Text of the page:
- Chamath Palihapitiya said the United States should implement universal basic income as the coronavirus pandemic continues to impact the economy.
- Palihapitiya has been critical of the United States’ economic reaction to the Covid-19 pandemic, saying that stimulus money should go directly to consumers and workers rather than businesses.
Investor Chamath Palihapitiya said Wednesday that the United States should continue sending Americans checks as the coronavirus pandemic continues to impact the economy.
“We really need to think about direct, capital injections into the hands of people,” Palihapitiya said on CNBC’s “Fast Money Halftime Report.”
“We’ve already done it once, we’ve already ripped the philosophical band-aid off, there’s nothing stopping us from saying, instead of two weeks, here’s two months, or here’s six weeks,” Palihapitiya said. “We are that compassionate and we can be that compassionate.”
Palihapitiya has been critical of the United States’ economic reaction to the Covid-19 pandemic, saying that stimulus money should go directly to consumers and workers rather than businesses. The government has already dolled out cash to some Americans as part of its $2 trillion stimulus bill. That included one-time direct payments of up to $1,200 for individuals and $2,400 for couples, with $500 added for every child, based on 2019 or 2018 tax returns.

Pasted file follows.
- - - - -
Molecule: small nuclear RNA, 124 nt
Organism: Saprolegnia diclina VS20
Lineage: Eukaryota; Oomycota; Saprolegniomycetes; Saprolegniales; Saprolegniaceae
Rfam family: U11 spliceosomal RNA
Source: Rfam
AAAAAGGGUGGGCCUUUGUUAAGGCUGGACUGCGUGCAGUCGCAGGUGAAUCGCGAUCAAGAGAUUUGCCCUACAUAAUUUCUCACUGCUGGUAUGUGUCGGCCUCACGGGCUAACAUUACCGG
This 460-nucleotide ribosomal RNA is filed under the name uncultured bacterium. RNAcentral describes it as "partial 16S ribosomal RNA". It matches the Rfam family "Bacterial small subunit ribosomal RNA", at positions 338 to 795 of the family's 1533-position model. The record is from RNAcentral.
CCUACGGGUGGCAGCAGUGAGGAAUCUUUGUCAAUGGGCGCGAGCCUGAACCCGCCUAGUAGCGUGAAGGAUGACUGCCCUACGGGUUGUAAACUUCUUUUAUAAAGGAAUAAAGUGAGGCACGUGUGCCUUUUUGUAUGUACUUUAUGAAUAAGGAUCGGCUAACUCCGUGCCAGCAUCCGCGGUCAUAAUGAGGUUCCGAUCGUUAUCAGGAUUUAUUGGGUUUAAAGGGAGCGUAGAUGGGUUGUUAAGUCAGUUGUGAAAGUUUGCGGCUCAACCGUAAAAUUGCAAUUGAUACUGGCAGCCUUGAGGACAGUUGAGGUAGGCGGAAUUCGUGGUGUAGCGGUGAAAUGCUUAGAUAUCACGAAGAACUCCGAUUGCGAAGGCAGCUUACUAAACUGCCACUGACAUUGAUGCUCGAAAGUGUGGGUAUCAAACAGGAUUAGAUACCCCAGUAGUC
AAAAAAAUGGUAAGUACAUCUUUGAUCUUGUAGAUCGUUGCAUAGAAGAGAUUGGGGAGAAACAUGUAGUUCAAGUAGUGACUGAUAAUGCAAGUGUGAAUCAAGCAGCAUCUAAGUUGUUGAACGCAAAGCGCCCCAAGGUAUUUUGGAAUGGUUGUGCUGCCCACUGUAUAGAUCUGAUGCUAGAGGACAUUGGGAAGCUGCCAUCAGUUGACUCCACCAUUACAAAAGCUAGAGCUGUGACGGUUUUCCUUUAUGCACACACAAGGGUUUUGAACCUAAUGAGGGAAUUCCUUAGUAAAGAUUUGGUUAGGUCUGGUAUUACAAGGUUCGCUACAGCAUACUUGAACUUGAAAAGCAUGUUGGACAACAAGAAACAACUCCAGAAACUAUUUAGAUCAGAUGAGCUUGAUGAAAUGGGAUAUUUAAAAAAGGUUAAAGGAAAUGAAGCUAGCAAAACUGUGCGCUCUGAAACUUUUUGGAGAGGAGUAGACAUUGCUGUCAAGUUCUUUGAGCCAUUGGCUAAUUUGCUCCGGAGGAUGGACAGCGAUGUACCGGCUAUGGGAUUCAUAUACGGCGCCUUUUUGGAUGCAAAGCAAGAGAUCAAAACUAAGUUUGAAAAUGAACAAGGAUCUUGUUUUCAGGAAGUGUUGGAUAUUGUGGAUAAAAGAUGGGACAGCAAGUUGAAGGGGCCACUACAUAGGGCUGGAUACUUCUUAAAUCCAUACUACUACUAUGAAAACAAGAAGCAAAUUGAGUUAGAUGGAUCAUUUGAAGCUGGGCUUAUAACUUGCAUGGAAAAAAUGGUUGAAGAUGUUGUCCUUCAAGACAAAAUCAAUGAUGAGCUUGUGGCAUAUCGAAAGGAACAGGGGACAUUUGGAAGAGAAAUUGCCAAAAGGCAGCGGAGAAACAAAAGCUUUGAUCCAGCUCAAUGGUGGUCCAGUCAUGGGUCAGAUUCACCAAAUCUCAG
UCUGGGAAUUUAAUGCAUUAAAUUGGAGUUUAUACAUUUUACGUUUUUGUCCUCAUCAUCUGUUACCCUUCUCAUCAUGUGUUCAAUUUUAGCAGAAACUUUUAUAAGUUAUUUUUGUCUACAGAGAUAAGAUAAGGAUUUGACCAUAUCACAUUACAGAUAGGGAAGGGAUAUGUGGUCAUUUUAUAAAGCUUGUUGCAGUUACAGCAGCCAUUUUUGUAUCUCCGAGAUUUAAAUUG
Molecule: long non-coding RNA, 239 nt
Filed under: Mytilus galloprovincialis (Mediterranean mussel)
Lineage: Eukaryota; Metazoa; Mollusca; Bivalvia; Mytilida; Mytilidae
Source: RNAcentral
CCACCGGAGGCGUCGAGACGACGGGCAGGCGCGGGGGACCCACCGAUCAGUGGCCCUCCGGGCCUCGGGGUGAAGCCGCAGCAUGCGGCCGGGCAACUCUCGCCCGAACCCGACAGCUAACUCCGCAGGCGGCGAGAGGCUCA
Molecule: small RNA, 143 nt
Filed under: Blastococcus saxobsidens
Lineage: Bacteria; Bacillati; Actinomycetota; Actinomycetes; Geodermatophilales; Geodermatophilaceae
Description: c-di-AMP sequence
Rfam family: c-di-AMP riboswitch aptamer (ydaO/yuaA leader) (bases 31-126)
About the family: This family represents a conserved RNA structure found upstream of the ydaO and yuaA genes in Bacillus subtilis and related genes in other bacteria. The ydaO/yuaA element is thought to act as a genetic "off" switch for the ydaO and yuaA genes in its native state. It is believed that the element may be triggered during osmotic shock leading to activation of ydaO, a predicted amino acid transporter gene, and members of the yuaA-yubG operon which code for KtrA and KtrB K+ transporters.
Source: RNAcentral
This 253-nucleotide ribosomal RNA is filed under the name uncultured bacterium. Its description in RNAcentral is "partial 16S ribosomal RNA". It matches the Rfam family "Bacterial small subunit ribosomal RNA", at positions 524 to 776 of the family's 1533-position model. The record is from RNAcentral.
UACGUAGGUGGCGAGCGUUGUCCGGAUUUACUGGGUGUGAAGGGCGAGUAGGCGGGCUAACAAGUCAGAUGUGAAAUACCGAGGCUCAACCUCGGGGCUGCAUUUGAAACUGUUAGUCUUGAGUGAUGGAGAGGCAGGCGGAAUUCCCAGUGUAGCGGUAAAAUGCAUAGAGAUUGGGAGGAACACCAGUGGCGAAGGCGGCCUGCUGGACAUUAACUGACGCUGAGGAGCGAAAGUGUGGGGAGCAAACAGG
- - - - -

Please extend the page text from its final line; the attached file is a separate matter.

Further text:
Palihapitiya’s comments call to mind the idea of universal basic income, or UBI, which was a cornerstone of businessman Andrew Yang’s presidential candidacy, and has been promoted by Silicon Valley luminaries such as Facebook CEO Mark Zuckerberg, Tesla CEO Elon Musk and former Y Combinator President Sam Altman. In tech circles, UBI is viewed as a way to help people whose jobs will be replaced by computerized equivalents, such as self-driving cars, as artificial intelligence gets better. But as the coronavirus pandemic and shutdowns cause unemployment to spike, the idea is taking on new relevance.
In addition to direct help, the Federal Reserve has announced a slew of new moves aimed at getting trillions of dollars into businesses and governments, including its Main Street business lending program and market interventions, as part of an aggressive strategy to keep markets functioning and support the economy.
However, Palihapitiya said these grants may not help the companies survive the year. He predicted that companies will have a slew of layoffs in the fourth quarter of 2020 after they spend the money received and continue to be impacted by the pandemic.
“I think that a lot of companies that got support will still be struggling when the terms of those grants and loans fall off, which is September. And unfortunately, I think we may see large waves of layoffs that just happen in Q4 heading into Christmas time of 2020,” he said.